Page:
4. It must be possible to reproduce the arms in a heraldic style.
5. It must be possible to describe the arms in a blazon.
6. The bearer shall have legal rights to the arms.
These conditions are fulfilled by the modern public arms in Norway, as in most countries of Western Europe.
What is peculiar to the Norwegian scheme, is that principles No. 2-4 have been further limited:
New arms are restricted to only two tinctures, one type of charge/partition (which may be repeated) and a two-dimensional style without perspective and shade-lines.
There are, however, some exceptions.
III Theory and sources
The trend towards more simplicity in Norwegian public heraldry is said by Hallvard Trætteberg (Heraldisk Tidsskrift, p. 162, Copenhagen 1976) to be a return to the first principles of heraldry and to be "aesthetically correct".
I favour the argument that simplicity helps arms to serve as distinctive signs. This argument was essential to medieval heraldry and makes public arms today suitable for advertising, public buildings, road signs at municipal borders, door marks on vehicles etc.
The norms of recent public heraldry are established by the practice of the granting authorities: The Ministry of Local Government for municipal arms, and the Supreme Command for military arms. We must look at recently authorized arms and take into consideration statements and regulations made by the superior authorities.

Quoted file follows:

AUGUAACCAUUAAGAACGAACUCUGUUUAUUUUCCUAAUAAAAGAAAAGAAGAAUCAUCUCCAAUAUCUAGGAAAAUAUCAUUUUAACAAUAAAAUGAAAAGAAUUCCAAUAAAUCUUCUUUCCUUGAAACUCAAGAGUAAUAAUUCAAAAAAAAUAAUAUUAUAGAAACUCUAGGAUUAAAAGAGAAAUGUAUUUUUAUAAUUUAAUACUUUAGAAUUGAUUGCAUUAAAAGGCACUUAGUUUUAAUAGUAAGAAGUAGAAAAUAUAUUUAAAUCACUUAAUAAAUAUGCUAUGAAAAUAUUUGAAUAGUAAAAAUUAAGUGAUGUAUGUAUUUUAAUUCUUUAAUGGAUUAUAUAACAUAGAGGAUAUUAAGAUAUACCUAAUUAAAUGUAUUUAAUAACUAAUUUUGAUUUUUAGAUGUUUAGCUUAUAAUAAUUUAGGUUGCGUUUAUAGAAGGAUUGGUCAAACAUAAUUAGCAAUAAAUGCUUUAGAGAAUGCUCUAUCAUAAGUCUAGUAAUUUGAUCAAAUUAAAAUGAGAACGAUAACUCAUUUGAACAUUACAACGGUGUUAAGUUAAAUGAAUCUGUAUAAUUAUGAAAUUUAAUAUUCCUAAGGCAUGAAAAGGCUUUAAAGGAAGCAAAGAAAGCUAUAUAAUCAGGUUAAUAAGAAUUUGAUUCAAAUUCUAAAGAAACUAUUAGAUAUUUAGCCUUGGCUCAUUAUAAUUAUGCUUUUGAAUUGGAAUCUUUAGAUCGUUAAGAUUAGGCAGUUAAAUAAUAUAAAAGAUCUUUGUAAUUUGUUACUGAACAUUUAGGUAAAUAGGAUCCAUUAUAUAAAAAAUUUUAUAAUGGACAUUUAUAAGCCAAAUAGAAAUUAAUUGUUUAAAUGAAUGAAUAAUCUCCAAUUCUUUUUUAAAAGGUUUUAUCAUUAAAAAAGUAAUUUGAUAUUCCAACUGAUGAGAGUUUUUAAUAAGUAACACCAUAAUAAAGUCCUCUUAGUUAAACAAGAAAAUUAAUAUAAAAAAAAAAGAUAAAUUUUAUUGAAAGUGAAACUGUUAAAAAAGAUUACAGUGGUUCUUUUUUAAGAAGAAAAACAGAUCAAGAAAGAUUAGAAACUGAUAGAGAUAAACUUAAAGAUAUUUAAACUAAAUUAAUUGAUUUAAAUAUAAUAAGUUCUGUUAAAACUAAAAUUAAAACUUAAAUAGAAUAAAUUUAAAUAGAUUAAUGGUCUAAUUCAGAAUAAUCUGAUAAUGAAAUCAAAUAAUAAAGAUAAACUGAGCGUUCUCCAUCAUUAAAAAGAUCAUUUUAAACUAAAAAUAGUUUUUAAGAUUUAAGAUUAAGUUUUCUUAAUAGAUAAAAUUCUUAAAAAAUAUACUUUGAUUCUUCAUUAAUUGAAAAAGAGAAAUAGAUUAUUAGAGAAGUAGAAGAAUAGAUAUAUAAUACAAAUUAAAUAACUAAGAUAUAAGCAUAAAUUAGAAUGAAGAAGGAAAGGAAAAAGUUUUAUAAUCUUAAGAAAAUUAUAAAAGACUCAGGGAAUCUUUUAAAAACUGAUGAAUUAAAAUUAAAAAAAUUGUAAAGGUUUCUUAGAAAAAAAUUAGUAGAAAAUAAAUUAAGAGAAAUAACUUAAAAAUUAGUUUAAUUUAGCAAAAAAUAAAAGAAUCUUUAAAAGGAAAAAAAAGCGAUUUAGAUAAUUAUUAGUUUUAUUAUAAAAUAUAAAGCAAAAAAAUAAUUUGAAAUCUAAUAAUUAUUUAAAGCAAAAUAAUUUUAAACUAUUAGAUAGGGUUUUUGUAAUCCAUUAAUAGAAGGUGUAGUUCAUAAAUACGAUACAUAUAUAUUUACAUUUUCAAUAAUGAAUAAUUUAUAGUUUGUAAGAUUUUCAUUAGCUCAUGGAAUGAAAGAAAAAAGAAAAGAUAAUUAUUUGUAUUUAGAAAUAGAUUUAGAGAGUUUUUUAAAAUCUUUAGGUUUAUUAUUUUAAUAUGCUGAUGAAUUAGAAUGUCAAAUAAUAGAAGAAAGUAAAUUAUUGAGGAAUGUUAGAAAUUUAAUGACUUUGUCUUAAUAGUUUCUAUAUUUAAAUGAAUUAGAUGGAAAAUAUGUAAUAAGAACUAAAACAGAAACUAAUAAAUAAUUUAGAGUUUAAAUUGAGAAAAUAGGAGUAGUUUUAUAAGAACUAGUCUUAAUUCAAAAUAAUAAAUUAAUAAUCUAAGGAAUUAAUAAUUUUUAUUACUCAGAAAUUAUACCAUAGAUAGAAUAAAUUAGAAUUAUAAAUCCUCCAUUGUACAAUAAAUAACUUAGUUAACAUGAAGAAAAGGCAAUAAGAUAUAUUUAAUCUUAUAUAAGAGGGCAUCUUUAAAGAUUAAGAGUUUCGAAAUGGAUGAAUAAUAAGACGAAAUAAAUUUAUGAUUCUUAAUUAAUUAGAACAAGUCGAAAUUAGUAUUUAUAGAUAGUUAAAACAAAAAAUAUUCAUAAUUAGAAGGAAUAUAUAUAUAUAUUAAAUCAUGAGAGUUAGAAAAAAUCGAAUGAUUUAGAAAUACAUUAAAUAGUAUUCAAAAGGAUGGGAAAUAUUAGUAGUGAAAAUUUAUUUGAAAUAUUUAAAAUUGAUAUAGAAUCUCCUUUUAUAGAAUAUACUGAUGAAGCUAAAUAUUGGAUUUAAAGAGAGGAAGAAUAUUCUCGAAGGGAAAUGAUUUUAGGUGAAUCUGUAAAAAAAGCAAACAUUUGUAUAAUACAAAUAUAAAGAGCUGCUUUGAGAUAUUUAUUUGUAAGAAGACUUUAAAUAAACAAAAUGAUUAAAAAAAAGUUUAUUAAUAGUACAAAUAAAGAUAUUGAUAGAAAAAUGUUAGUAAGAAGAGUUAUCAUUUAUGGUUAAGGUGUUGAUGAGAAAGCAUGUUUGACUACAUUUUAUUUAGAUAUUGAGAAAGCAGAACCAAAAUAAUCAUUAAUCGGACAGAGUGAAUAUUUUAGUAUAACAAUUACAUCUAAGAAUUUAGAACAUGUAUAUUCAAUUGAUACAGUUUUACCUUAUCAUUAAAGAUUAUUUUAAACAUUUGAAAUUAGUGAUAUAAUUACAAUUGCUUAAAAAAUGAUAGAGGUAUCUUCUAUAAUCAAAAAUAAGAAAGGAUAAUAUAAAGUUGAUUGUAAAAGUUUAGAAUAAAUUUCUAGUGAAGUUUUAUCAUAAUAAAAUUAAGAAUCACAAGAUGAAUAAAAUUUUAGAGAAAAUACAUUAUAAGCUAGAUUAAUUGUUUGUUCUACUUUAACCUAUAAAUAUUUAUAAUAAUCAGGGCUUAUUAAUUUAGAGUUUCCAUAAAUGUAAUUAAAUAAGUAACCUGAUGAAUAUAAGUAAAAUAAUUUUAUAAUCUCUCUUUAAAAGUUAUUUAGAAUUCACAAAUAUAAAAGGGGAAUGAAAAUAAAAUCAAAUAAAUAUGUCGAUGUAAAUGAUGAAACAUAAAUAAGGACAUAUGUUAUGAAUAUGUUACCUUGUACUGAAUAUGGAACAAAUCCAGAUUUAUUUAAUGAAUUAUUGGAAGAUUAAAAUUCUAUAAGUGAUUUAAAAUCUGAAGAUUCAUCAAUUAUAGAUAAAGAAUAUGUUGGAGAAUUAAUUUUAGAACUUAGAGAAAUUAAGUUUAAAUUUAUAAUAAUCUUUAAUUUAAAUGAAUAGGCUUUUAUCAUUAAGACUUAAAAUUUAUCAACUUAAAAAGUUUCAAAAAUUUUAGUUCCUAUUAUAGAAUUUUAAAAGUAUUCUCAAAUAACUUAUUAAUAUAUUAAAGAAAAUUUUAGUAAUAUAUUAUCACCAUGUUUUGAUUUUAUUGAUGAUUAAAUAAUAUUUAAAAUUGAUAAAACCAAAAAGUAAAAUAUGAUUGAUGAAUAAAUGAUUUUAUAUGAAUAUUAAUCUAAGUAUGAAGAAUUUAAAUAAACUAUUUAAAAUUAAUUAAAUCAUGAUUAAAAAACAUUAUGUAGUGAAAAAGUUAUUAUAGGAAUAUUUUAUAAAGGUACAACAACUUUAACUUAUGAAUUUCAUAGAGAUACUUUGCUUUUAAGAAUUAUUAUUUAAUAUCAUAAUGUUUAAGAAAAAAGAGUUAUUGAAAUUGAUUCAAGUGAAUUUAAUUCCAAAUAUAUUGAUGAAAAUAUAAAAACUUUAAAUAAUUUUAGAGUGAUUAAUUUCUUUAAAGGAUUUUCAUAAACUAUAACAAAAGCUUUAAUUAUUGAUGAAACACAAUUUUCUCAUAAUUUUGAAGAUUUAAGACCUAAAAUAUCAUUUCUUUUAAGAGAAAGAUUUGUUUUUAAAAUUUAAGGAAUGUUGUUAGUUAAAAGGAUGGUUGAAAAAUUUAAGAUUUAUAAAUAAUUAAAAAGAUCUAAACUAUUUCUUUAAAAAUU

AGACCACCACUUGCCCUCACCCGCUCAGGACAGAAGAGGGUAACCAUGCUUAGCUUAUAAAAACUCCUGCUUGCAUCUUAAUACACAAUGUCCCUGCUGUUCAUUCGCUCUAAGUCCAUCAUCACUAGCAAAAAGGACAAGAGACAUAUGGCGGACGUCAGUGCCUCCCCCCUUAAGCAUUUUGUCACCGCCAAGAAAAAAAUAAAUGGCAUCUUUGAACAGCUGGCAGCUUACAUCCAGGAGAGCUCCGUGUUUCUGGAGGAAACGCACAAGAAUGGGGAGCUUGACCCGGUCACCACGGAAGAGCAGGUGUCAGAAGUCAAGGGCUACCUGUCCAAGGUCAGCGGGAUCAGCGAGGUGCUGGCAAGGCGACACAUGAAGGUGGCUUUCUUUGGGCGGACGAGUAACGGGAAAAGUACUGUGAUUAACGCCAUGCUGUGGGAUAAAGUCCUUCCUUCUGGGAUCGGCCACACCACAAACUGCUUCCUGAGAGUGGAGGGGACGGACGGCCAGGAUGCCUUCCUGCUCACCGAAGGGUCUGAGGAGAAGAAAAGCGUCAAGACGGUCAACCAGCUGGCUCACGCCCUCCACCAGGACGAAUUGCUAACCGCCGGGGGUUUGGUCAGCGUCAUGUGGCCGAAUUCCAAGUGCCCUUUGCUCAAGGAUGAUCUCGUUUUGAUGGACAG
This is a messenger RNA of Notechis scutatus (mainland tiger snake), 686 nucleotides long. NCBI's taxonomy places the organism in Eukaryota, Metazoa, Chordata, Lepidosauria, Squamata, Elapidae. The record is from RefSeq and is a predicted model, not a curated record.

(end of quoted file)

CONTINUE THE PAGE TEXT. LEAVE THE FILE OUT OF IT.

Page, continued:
When refusing proposals for new public arms, the Governmental authorities argue the necessity of following "heraldic rules". Proposals that do not adhere to the "rules" are not approved by the granting authorities.
In municipal heraldry the principles and rules are not given in statutory regulations. The superior authorities of the armed forces have, however, included the heraldic principles in written instructions regarding - the emblems of their units. These principles are worded by Hallvard Trætteberg and they are the same as in the practice of municipal heraldry.